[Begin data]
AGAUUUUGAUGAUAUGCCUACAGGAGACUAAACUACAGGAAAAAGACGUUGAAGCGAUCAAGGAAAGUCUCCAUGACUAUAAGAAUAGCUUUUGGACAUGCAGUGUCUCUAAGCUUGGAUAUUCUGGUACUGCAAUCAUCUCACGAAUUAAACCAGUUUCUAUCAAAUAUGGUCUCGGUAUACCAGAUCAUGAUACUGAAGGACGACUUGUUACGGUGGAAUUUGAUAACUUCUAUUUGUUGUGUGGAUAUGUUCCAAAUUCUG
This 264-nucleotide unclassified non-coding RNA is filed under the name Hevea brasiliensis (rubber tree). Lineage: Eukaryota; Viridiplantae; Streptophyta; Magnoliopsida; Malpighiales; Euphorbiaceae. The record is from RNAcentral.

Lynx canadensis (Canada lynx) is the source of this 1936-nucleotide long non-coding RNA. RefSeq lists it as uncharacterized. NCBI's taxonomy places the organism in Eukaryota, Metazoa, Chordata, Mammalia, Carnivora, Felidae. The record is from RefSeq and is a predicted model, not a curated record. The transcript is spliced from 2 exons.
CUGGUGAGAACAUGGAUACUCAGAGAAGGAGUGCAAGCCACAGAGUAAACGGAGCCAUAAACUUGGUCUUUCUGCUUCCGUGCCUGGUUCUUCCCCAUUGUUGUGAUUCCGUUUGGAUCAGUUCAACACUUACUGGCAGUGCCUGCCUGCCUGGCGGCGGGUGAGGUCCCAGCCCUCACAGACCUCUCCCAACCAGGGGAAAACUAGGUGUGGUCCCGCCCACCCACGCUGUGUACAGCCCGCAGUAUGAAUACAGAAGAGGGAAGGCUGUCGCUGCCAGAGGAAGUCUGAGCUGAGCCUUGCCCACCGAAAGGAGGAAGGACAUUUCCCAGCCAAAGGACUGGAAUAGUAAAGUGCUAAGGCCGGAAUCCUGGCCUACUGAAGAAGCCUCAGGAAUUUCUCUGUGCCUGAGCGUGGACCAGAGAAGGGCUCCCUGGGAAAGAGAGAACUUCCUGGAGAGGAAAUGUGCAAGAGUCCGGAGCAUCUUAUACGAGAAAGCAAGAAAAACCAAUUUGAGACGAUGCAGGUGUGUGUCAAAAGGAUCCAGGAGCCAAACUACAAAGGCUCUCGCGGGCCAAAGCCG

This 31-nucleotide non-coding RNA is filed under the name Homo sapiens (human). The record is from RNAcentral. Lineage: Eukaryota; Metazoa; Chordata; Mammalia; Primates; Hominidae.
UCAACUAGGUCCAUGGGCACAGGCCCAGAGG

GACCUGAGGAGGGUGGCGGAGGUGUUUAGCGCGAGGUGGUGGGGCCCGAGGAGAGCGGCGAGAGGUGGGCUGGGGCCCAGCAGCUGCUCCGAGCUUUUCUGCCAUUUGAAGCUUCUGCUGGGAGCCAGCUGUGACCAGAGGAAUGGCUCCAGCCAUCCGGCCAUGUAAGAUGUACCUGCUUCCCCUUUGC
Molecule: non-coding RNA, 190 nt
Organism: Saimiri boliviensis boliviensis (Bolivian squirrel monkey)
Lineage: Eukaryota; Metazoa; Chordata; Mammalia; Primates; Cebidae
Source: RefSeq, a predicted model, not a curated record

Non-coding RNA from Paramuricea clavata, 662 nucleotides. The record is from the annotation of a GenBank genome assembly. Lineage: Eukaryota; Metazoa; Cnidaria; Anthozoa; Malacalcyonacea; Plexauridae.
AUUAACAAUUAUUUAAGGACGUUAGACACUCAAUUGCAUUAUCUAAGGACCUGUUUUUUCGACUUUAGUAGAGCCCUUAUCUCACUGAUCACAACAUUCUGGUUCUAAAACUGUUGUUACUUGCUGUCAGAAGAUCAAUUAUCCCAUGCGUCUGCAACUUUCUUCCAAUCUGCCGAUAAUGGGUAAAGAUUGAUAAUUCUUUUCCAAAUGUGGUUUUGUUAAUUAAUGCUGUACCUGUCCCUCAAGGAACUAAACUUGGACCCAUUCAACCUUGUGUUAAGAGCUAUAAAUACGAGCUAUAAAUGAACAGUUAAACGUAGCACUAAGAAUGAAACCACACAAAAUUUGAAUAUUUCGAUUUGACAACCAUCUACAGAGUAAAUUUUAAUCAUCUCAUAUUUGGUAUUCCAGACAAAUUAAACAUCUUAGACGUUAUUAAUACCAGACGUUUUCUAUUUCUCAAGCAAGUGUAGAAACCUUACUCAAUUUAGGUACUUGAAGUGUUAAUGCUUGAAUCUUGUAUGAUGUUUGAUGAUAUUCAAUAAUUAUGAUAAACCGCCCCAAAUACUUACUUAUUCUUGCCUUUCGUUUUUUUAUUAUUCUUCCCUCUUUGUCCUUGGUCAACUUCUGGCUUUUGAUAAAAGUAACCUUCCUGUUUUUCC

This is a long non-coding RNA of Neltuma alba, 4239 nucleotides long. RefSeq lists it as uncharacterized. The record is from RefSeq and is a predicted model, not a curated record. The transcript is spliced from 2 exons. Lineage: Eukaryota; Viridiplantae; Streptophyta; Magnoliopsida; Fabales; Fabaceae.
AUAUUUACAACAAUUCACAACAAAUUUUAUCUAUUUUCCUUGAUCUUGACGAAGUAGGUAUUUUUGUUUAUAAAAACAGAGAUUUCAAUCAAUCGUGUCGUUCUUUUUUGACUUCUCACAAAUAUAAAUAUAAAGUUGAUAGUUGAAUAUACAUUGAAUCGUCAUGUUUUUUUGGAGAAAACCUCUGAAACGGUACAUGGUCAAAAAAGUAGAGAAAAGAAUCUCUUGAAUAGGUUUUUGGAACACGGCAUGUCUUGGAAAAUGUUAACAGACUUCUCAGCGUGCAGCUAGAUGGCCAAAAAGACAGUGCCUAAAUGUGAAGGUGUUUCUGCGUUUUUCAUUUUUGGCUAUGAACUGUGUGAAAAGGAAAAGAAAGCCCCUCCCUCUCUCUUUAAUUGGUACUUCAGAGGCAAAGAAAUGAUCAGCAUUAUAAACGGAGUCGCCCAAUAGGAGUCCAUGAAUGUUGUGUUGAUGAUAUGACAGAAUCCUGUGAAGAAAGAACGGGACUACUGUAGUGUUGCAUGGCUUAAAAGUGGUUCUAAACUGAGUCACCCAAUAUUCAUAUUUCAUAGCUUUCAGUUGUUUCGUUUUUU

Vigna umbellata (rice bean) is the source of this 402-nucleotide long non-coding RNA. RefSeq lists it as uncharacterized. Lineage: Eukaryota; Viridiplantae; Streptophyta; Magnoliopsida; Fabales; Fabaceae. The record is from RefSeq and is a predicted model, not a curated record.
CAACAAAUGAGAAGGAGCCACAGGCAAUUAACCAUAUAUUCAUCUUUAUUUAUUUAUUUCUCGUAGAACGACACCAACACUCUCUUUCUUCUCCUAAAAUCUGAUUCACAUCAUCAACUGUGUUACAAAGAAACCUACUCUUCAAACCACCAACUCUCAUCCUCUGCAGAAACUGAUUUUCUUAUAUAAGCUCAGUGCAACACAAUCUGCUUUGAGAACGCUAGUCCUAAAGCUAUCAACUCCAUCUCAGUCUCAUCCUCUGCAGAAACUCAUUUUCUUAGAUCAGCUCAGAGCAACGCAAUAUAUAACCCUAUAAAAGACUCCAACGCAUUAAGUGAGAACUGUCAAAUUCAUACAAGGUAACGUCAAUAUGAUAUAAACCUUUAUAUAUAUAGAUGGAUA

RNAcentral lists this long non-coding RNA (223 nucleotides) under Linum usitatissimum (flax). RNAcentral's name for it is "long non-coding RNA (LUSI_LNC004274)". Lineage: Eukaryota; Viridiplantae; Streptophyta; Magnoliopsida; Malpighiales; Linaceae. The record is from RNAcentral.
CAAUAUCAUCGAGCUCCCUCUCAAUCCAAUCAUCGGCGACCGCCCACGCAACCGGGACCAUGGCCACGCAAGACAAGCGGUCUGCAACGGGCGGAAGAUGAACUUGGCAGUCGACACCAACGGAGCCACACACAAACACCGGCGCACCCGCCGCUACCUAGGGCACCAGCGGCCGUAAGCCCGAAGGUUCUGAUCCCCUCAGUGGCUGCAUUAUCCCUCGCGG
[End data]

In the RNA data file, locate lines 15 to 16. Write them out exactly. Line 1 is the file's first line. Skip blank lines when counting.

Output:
AUAUUUACAACAAUUCACAACAAAUUUUAUCUAUUUUCCUUGAUCUUGACGAAGUAGGUAUUUUUGUUUAUAAAAACAGAGAUUUCAAUCAAUCGUGUCGUUCUUUUUUGACUUCUCACAAAUAUAAAUAUAAAGUUGAUAGUUGAAUAUACAUUGAAUCGUCAUGUUUUUUUGGAGAAAACCUCUGAAACGGUACAUGGUCAAAAAAGUAGAGAAAAGAAUCUCUUGAAUAGGUUUUUGGAACACGGCAUGUCUUGGAAAAUGUUAACAGACUUCUCAGCGUGCAGCUAGAUGGCCAAAAAGACAGUGCCUAAAUGUGAAGGUGUUUCUGCGUUUUUCAUUUUUGGCUAUGAACUGUGUGAAAAGGAAAAGAAAGCCCCUCCCUCUCUCUUUAAUUGGUACUUCAGAGGCAAAGAAAUGAUCAGCAUUAUAAACGGAGUCGCCCAAUAGGAGUCCAUGAAUGUUGUGUUGAUGAUAUGACAGAAUCCUGUGAAGAAAGAACGGGACUACUGUAGUGUUGCAUGGCUUAAAAGUGGUUCUAAACUGAGUCACCCAAUAUUCAUAUUUCAUAGCUUUCAGUUGUUUCGUUUUUU

Vigna umbellata (rice bean) is the source of this 402-nucleotide long non-coding RNA. RefSeq lists it as uncharacterized. Lineage: Eukaryota; Viridiplantae; Streptophyta; Magnoliopsida; Fabales; Fabaceae. The record is from RefSeq and is a predicted model, not a curated record.